Exactly at noon our anchor was tripped and we sailed majestically from the Harbour with a favourable wind. After we were out the wind was foul for us but we had one comfort that the weather was fine.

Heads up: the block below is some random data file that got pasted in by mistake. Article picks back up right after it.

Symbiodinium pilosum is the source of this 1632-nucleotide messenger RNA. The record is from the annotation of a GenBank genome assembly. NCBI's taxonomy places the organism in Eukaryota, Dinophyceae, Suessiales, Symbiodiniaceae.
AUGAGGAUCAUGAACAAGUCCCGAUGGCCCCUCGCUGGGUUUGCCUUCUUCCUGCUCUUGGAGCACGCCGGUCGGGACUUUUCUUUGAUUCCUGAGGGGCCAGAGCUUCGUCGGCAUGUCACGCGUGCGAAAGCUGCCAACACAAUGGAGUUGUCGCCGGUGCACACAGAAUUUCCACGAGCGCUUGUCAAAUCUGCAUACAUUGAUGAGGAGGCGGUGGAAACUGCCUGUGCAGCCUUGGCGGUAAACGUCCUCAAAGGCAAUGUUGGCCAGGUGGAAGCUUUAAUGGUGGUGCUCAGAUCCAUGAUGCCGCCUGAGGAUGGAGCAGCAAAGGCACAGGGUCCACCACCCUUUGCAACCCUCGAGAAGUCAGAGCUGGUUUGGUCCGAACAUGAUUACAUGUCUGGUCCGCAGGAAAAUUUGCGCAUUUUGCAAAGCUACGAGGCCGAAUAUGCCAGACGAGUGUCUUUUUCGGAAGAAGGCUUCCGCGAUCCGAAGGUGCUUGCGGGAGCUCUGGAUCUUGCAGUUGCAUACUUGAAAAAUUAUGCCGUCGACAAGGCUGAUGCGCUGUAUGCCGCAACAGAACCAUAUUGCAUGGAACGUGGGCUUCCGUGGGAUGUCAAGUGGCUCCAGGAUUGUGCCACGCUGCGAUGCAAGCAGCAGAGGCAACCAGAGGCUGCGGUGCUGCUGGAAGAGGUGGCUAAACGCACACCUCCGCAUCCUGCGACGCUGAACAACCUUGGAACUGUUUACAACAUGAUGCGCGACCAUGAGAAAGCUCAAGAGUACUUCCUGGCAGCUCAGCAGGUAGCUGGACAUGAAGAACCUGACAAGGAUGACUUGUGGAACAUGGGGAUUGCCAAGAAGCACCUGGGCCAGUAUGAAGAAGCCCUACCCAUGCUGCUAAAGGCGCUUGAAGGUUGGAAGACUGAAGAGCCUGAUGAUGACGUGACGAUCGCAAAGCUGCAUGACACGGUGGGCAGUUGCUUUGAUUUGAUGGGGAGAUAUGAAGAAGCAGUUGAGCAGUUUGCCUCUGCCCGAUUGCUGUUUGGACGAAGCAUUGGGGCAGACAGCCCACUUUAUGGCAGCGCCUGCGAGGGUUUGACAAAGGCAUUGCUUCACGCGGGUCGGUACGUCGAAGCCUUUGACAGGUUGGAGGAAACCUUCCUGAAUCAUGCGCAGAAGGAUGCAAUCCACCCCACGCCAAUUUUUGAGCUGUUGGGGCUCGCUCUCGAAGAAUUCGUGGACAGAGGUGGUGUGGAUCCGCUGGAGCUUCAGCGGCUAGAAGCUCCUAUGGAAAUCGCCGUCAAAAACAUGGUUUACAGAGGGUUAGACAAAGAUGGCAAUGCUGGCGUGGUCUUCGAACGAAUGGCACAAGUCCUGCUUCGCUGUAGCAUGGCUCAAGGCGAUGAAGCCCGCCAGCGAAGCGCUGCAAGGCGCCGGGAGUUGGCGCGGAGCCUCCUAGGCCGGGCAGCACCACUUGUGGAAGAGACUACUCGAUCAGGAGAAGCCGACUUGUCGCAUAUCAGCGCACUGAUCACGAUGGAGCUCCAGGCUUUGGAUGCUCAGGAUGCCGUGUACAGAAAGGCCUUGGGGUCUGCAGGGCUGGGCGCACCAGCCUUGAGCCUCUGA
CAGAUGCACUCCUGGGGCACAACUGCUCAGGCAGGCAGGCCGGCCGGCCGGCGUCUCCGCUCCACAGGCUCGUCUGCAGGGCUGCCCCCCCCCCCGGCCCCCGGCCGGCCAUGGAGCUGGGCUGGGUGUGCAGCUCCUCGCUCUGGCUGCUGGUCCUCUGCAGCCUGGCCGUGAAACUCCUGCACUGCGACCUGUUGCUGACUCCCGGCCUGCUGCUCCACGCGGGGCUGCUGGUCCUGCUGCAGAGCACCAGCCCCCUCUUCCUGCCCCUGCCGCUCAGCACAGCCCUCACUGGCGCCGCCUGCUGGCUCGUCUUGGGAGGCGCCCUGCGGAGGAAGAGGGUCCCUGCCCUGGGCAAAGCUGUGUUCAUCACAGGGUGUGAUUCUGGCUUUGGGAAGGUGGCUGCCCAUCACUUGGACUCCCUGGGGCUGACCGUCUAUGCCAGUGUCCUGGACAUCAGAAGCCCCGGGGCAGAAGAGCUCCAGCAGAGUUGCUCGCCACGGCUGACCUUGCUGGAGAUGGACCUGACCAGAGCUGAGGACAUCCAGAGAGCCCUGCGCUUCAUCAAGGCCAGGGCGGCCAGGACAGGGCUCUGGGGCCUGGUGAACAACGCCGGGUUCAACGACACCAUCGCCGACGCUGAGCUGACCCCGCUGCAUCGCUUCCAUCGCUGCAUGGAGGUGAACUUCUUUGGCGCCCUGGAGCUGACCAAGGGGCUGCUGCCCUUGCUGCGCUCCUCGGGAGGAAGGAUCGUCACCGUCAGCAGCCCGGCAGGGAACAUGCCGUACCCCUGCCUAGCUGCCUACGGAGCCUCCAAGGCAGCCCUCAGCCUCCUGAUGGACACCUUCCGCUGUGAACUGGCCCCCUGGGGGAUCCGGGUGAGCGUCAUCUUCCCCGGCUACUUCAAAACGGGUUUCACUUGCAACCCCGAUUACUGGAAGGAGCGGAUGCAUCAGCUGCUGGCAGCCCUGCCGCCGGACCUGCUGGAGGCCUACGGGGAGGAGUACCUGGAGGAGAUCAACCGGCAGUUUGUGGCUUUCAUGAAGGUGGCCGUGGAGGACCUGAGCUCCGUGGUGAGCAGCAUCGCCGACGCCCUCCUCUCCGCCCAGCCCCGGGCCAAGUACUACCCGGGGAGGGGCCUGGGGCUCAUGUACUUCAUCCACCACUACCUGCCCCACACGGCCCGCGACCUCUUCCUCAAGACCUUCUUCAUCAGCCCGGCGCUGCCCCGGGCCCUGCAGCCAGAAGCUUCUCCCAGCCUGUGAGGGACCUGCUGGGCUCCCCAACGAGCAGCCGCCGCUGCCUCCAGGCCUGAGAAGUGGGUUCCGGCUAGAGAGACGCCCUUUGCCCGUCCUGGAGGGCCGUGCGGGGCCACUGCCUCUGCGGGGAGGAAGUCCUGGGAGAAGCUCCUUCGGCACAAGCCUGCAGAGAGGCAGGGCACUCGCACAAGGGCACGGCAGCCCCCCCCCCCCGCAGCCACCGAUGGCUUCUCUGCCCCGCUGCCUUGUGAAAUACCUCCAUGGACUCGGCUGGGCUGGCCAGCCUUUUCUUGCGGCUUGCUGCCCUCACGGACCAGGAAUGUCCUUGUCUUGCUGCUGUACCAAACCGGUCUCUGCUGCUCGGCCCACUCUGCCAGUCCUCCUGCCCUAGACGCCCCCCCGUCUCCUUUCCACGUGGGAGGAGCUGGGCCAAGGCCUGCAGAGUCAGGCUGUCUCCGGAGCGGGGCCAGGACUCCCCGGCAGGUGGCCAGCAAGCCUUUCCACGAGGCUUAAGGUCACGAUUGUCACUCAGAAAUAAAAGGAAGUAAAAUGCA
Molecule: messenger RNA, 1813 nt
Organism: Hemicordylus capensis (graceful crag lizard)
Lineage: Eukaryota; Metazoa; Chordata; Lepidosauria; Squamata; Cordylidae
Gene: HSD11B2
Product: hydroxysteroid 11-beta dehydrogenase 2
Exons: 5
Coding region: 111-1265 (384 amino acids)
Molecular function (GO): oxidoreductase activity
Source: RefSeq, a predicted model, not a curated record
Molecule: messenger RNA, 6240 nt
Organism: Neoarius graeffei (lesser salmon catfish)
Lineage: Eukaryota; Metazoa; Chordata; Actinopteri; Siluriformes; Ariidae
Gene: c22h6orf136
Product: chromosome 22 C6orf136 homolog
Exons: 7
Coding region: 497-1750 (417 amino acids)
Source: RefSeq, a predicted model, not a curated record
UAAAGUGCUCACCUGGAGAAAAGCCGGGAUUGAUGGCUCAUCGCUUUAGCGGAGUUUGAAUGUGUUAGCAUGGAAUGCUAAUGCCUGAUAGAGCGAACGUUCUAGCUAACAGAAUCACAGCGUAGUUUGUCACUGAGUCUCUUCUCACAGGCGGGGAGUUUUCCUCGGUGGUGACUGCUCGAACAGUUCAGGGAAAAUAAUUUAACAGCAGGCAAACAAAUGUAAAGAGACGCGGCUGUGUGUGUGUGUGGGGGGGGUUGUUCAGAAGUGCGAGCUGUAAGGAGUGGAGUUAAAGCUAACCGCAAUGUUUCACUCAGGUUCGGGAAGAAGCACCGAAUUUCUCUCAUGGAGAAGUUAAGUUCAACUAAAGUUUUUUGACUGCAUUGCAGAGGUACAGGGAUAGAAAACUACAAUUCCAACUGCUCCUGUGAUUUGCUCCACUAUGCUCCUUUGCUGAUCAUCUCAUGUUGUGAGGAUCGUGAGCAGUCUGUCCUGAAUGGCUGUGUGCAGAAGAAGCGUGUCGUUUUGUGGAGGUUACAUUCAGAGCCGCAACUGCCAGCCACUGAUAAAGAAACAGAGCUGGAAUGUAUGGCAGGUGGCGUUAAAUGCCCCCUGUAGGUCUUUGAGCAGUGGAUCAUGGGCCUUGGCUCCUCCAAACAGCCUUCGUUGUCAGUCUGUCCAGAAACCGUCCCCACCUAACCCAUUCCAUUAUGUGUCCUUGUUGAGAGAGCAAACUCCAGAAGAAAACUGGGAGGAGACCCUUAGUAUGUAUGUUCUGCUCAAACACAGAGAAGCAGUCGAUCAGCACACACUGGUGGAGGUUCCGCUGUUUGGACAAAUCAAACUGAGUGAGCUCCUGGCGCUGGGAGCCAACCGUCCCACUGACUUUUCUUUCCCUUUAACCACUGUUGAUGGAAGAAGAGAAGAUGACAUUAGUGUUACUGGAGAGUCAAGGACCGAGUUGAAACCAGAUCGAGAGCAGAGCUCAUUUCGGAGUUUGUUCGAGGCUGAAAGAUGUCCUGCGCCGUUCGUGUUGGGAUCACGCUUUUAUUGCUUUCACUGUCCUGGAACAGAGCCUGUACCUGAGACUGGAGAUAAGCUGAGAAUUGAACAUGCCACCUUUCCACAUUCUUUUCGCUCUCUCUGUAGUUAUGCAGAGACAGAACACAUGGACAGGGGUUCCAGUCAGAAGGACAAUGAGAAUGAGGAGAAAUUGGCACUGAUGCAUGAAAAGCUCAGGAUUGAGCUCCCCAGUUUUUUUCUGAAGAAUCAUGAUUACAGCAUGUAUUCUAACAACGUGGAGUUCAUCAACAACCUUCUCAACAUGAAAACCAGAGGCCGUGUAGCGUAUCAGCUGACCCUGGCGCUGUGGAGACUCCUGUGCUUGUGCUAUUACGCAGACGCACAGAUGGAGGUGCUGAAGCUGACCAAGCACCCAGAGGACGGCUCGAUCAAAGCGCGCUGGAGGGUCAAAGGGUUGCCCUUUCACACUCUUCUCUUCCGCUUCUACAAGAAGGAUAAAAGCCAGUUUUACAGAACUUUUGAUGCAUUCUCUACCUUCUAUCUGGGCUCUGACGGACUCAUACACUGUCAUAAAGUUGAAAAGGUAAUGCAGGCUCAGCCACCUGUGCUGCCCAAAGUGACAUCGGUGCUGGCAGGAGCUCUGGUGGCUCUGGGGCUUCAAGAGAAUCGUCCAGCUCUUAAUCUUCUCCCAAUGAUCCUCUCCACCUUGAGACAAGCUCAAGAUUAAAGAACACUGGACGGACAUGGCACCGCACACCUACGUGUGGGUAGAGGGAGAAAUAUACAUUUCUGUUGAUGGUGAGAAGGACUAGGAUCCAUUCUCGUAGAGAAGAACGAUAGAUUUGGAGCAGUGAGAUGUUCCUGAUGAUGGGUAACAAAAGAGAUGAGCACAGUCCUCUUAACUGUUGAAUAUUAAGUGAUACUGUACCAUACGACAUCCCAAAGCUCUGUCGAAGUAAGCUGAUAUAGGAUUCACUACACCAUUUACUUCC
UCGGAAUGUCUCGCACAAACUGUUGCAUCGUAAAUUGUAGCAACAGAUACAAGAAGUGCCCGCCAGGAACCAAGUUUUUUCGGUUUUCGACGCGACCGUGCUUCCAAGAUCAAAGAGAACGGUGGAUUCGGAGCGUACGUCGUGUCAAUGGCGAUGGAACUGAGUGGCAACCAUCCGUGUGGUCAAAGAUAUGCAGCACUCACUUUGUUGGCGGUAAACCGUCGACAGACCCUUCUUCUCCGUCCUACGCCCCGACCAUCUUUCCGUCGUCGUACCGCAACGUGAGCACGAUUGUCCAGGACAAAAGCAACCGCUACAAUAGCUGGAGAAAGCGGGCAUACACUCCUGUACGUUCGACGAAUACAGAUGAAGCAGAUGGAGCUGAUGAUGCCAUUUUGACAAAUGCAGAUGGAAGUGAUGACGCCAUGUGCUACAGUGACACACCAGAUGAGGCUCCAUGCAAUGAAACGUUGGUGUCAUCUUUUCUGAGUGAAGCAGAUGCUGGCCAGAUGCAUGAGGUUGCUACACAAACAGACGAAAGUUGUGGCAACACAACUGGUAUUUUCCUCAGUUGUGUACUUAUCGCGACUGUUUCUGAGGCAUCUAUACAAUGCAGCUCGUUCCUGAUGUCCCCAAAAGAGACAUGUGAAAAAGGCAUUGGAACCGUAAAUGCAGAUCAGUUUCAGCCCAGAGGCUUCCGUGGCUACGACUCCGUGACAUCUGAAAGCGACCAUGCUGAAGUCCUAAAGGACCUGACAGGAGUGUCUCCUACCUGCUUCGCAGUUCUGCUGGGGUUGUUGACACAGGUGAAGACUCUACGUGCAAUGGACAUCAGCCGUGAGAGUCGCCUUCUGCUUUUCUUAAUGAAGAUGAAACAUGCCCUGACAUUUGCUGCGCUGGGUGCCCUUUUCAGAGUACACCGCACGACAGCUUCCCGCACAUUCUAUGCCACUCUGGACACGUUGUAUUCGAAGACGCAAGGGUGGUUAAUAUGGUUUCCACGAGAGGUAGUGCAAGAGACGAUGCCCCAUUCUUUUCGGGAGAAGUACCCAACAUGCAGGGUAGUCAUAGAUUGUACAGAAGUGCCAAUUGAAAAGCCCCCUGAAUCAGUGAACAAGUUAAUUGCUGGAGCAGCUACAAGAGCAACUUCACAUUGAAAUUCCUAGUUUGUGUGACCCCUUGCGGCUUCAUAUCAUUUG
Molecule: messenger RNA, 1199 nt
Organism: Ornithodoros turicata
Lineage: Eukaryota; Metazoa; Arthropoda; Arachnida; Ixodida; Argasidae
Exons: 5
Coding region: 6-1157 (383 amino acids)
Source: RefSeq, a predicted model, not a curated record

Next day and the three succeeding ones we were as miserable and as uncomfortable as our worst enemies could wish. Knocked about like a shuttlecock, at the mercy of a gale of foul wind, which lashed the waves into uncontrollable fury, we could hardly lie or stand, much less walk the decks. To pass from the English to the French, and from the French to the English coast, not progressing, rather retrogressing, was by no means amusing, and by all means dangerous. It was in vain to deplore our hapless condition. The wind blew – the sea rose – and the rains descended till we were quite heartbroken at the prospect of the continuance of such bad weather. If, as I mean we experienced hands found the weather so unpleasant, you may easily fancy that to our numerous passengers the evils we complained of, were aggravated an hundred fold. Those who had been before at sea without having been sick, were sick now – whilst the rest were sick even almost unto death. The state of the weather likewise prevented us from stowing away securely the mass of baggage every where scattered about – the consequence of which was, that, at every lurch the vessel gave, away went boxes, trunks &.c together sometimes with their owners, with a tremendous crash, which was mingled with cries for assistance & the running to & fro of persons with lights – for all below was dark as the grave. I have said the sea was high. Well then not infrequently the top of a huge wave would roll over the gunwale in copious abundance, & lay the deck and even the mess cabin under water. In short talk of hurry scurry as much as you like – of accidents both grave and laughable half a dozen – of wry faces with sick stomachs one half of the company – of sounds both vocal and instrumental, as raised and confused as or the tower of Babel & then you will be able to get up an intimation – a very imperfect one I admit – of a small, crowded, & overloaded vessel in a tempest.